It's become Orlando's answer to "Where's Waldo?"
Speculation about Casey Anthony's whereabouts is reaching a fever pitch as media and the public alike wonder where the 25-year-old will begin living out her freedom.
According to the Associated Press and the Orlando Sentinel, an Orlando television station reported Anthony boarded a plane that left Orlando Executive Airport just after 3 a.m. about three hours after she was released from Orange County custody.
WFTV, the Orlando ABC affiliate, reported she was aboard a plane that did not file a flight plan to conceal their departure from the airport. There was no word on the flight's final destination.
Central Florida News 13 had reporters stationed at the airport since Anthony's release who are reporting they have seen no signs that she has left the city.
Both Showalter and Sheltair flying services, who operate out of the downtown airport, said they do not have records of any flights leaving early this morning.
A representative with Showalter said private charters are not required to file flight plans, choosing to keep their movements as anonymous as they want. In the fleeting few moments between Anthony's emergence from the Orange County Jail and her rapid dash to a waiting SUV, a spontaneous chant arose from the crowd standing there to watch her release: "Killer! Killer!"
As the SUV hit the road, many spectators who had waited hours to get a glimpse of Anthony's release chased the vehicle before it rocketed down John Young Parkway and out of sight.
The SUV was tracked on Interstate 4 eastbound, exiting in downtown Orlando and then cruised into a parking garage at defense attorney Cheney Mason's office.
Many speculated they planned to switch vehicles there, perhaps using decoy cars and from there, it's anyone's guess where Casey Anthony is headed. While leaving the jail, wearing a pink Polo v-neck shirt and jeans, Casey Anthony looked up and down and straight ahead but didn't smile or show any anger. She was led Baez and had three of the jail's Special Response Team officers around her and appeared to thank one of them during her release.
Orlando Sentinel photographer Red Huber was embedded inside the jail facility and witnessed her release. He said the whole thing inside lasted 15 seconds. After she jumped in the vehicle, the crowd out in front chased after the vehicle and spread out onto John Young Parkway.
Associated Press reporter Matt Sedensky also watched her release from the inside. He said the woman showed little emotion but "looked to me like she might be holding back tears."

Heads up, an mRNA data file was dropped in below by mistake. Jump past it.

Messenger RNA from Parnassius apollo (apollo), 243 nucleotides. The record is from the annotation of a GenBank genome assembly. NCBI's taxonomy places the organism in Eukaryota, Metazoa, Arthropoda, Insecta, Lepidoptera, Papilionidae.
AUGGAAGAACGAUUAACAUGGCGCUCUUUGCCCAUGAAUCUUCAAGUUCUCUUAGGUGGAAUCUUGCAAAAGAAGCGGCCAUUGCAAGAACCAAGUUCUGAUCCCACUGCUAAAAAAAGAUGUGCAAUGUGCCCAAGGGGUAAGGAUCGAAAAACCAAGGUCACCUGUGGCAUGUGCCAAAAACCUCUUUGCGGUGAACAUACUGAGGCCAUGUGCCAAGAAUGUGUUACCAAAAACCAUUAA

Sedensky told the media that were gathered that she (Anthony) and Baez wasted no time getting out of the jail facility. "They walked straight out. They weren't sticking around to chat." Acquitted on charges that she killed her 2-year-old daughter, Anthony now has no legal restrictions on her freedom.
Moments before midnight, more than a dozen Orange County Sheriff's deputies were lined up, in formation, in their cars on the back side of the jail, as if they were preparing a road escort.
At 11:40 p.m., a dark-colored SUV and a white car pulled into the back side of the jail, and were escorted onto the property by a deputy. There were two men inside the SUV and a man and woman were inside the car. Reports say that there were clothes in the back of the car.
At the entrance where she was ultimately released, more than a dozen deputies and corrections officers stood guard in preparation for the release. Several deputies rode horses. Meanwhile, protesters held signs urging people to boycott anything Anthony says, sells or does in the future.
While it's not clear where Anthony will go now that she is free but it's likely to include tight security. The attorney representing her in a defamation case said he received seven threats against Anthony Friday. Though she has been safe inside the jail and held in a single cell away from the main population, the Orange County Sheriff's Office said it does not plan on providing personal security for her now that she is free.
Her attorneys have kept quiet about where she will live. Her parents say she will not be allowed to go to their home, according to published reports. Her defense team's theory accused her father George of molesting her and then covering up the accidental drowning death of her 2-year-old Caylee. These claims were never proved to be true.
Late Saturday night, ominous storm clouds gathered over the Orange County Jail but a small group of protesters was well-prepared. They ducked inside tents and tailgate canopies and huddled with their collection of signs — some demanding justice for Caylee, others accusing her mother of trying to profit off the toddler's killing.
As the rain fell and the hours dwindled until Anthony's release, the media still outnumbered the protesters at the jail. The visitors' parking area was packed with news vans, mobile studios and satellite dishes. The protesters had gathered near the road, where they waved signs at passing drivers on John Young Parkway all day.
Tim Allen, 24, stood there with a large sign reading, "Casey Will You Marry Me." He held a similar sign outside the courthouse when she was sentenced. He says he is serious about wanting to hook up with Anthony. "Hopefully, she will just be able to see my sign," Allen said. "Find me on Facebook. She can find out how to contact me." Allen says he works at an Orlando pizzeria. Asked why he has an interest in Casey, Allen said, "She's beautiful. She has very unique features. She is pretty. She has a nice body." Such attributes, Allen explained, are the types of things a young man like himself is looking for in a woman.